This imaginative, dark fantasy explores the innate depravity in the hearts of men.
Sergey Mavrodi’s dark fantasy, Lucifer’s Son: The Temptation Chronicles, Book One, lays bare the depravity of the human heart as everyday men make bargains with the devil to obtain their desires.
Composed of a series of vignettes, the book is united both by theme and by the presence of a prescient, mysterious man in his thirties who offers to fulfill each protagonist’s deepest wish—an “opportunity” that comes with conditions that would be totally unacceptable were it not for the lust, greed, and desire for power already lurking in each man’s heart.
Mavrodi has a good grasp of the workings of the human mind and the weakness of the human will. He adeptly reveals the mental gymnastics that the protagonists go through as they plumb the depths of their own inner worlds in an attempt to justify the betrayal of all they hold sacred for some short-term, ego-based gain. With his knowledge of each man’s weakness, the evil one is able to craft a scenario that, in most cases, his victim is unable to refuse. Thus, the book reveals how thin the veneer of morality, honor, and love can be, even when the man being tempted is an apparently upright citizen, husband, father, and employee.
The picture the book gives of the human condition is almost uniformly bleak, with sadomasochistic sex and pornography high on the list of men’s hidden desires. Unfortunately, it soon becomes easy to foretell the response of each protagonist, and after a while, even the most lustful and imaginative orgy can become boring and repulsive—a fact to which some of the characters attest. Some of the stories include more lengthy rumination and rationalization than seems necessary, and in these places, the pacing drags. Furthermore, the employment of “King James English” whenever Lucifer is addressing his son’s questions makes comprehension of these passages difficult due to errors in word usage and the inclusion of infrequently used, archaic, and unfamiliar words.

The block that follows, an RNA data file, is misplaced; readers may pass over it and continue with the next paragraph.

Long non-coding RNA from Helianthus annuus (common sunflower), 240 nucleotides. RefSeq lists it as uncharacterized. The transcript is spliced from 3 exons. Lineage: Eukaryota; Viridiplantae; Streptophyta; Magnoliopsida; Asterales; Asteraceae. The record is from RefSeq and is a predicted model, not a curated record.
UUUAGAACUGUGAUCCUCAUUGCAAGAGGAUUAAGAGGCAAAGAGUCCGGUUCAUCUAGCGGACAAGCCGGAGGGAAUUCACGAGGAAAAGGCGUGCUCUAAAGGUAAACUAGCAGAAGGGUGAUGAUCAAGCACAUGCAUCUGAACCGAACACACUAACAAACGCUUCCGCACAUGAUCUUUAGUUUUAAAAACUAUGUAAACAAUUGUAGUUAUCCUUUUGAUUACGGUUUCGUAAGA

The translation from Russian, done by Yuriy Chetverzhuk, generally flows well, but the book would benefit from further proofreading and editing to remedy errors that include missing or extra words (as in the use of “the” where unnecessary), incorrect use of the apostrophe, incomplete sentences, occasional misspellings, and a certain awkwardness in the use of idiomatic expressions.
The cover art, with its requisite flames, is appropriate and attractive. The book’s design and layout are pleasing and easy on the eye, and the table of contents helpfully indicates the theme of each story. Of special interest is the chapter “Satanist. Day 11,” in which a Satanist makes a rather convincing argument that the world is actually ruled by Satan, and is the better for it.
With this imaginative, dark book in which Lucifer’s work is made easy by the innate depravity of man, Mavrodi easily defends his thesis that “a grain of evil seed was sown in Adam’s heart from the beginning.”
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